Do you believe that atheism is a set of religious beliefs or is a religion in any sense? If so, why? If not, why not?
Do you maybe have no opinion on the matter or just don’t care one way or the other?
I grew with an atheist mother and a father who practiced nothing, Maybe that’s why I’ve always found religion so interesting. I want to know how and why people believe, or more to the point, have faith. How do they do it? I am willing to believe that there are things that are “out there” that cannot be proven scientifically, yet do exist. But do I have faith in them? Do I think they have any practical effect on my life? No, I don’t. God would have to show up with a picture ID. That might convince me. Or not.
Atheism isn’t a set of religious beliefs, but it can be a set of beliefs that are deeply important to you.
I often thought my mother was an atheist because she felt that god wasn’t behaving like god. I’m pretty sure the Holocaust finished off whatever remaining beliefs she might have had before then. If ever I so much as mentioned a bible story or some vaguely theological idea or concept, she was on me like a tick on a dog. It wasn’t her god and it sure as hell wouldn’t be mine if she had anything to say about it. Mind you my brother got his Bar Mitzvah because it’s a hell of a party. I was offered a Bat Mitzvah and I believe my response was: “You’ve got to be kidding.”
No matter how many gifts I might have gotten, I’m not quite that hypocritical.
In a way, mother’s lack of beliefs was a kind of belief system, even those beliefs weren’t religious. As far as she was concerned, if there was a god, he was a failure and not worth worshipping. And anyway, why would a god need to be worshipped? Was he unable to stand on his own without worshippers?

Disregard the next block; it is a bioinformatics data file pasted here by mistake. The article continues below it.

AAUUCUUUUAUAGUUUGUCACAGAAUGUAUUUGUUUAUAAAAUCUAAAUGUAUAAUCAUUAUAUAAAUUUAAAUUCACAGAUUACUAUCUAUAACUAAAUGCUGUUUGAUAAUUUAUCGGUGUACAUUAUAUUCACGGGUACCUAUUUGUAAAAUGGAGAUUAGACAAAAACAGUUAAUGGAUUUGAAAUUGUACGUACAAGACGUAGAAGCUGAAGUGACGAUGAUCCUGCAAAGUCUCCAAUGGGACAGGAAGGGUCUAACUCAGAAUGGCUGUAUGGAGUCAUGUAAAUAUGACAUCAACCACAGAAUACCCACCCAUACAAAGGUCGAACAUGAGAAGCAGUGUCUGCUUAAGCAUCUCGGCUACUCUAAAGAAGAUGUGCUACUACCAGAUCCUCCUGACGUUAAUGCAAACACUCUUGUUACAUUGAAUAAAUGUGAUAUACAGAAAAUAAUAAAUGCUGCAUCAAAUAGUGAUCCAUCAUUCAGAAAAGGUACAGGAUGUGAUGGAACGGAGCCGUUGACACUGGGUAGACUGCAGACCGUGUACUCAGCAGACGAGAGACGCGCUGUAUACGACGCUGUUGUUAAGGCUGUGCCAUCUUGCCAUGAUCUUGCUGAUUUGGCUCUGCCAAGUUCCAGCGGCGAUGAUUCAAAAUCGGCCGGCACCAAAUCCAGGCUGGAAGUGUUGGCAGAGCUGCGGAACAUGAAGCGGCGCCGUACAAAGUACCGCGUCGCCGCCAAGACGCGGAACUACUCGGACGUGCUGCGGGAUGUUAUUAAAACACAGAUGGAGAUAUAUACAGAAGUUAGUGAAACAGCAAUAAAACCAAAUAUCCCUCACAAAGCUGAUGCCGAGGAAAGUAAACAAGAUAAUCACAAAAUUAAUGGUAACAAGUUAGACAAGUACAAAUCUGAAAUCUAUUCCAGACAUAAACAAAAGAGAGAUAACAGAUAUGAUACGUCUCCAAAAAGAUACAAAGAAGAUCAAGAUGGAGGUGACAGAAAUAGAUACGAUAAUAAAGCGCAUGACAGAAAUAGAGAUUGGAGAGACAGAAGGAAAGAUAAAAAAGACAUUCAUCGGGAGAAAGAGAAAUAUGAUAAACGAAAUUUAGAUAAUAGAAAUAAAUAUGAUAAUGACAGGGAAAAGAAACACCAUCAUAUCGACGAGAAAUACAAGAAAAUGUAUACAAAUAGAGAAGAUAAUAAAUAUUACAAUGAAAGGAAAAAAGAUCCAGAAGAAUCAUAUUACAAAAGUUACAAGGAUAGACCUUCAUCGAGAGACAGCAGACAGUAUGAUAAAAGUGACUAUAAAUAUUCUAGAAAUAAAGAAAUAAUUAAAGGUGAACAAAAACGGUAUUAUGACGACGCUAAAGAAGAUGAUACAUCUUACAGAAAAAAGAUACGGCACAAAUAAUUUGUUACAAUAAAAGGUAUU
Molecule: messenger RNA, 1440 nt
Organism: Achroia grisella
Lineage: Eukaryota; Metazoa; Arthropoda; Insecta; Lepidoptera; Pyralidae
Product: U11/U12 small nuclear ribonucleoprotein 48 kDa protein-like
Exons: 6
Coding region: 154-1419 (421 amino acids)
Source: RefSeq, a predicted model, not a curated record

I spent a lot of time studying religions. The psychology of religion, the philosophy of religion, the history of religion — about 30 credits worth over all. It was more credits than my real supposed major, except for the minor detail that religion wasn’t a degree offered by my school.
One of the things I learned is that there are two very different ways of defining religion. Since I was in school, they’ve changed the definitions again, but I think regardless, what I learned holds true.
The first school, represented by William James, says religion is a defined set of beliefs such as Christian, Jewish, Moslem, Hindu, Buddhist, and so on. There is more to it beyond this, but that’s the simplest definition.
The other version and I can’t believe I’ve forgotten his name, said that any set of beliefs that is most “propriate — closest to your self (def: Propriate: Of or relating to the self or proprium) — is your religion. So for a lot of people money would be their religion. When something is propriate (central) in your life, you may not think it’s a religion, but others might not agree. I don’t know how you feel about atheism. My mother felt strongly about it, but there were many other things more central to her than her lack of belief in god.
I was more inclined to the second point of view, but over the years, I have come to accept both views as valid. In context.
So is atheism a religion? It depends on how you feel about it. Is this a central issue in your life? If you drew a big circle and in the middle, a small circle representing you, the circle that was closest to you in the middle would be your religion. Whatever it might be. I don’t know, maybe art? Music? Literature? Would “atheism” be your closest circle?
You would know if you chose to think about it. If it you didn’t think it important enough to think about, that would suggest it isn’t a religion to you, just a set of beliefs you hold among many other beliefs.
You see? College does teach you stuff!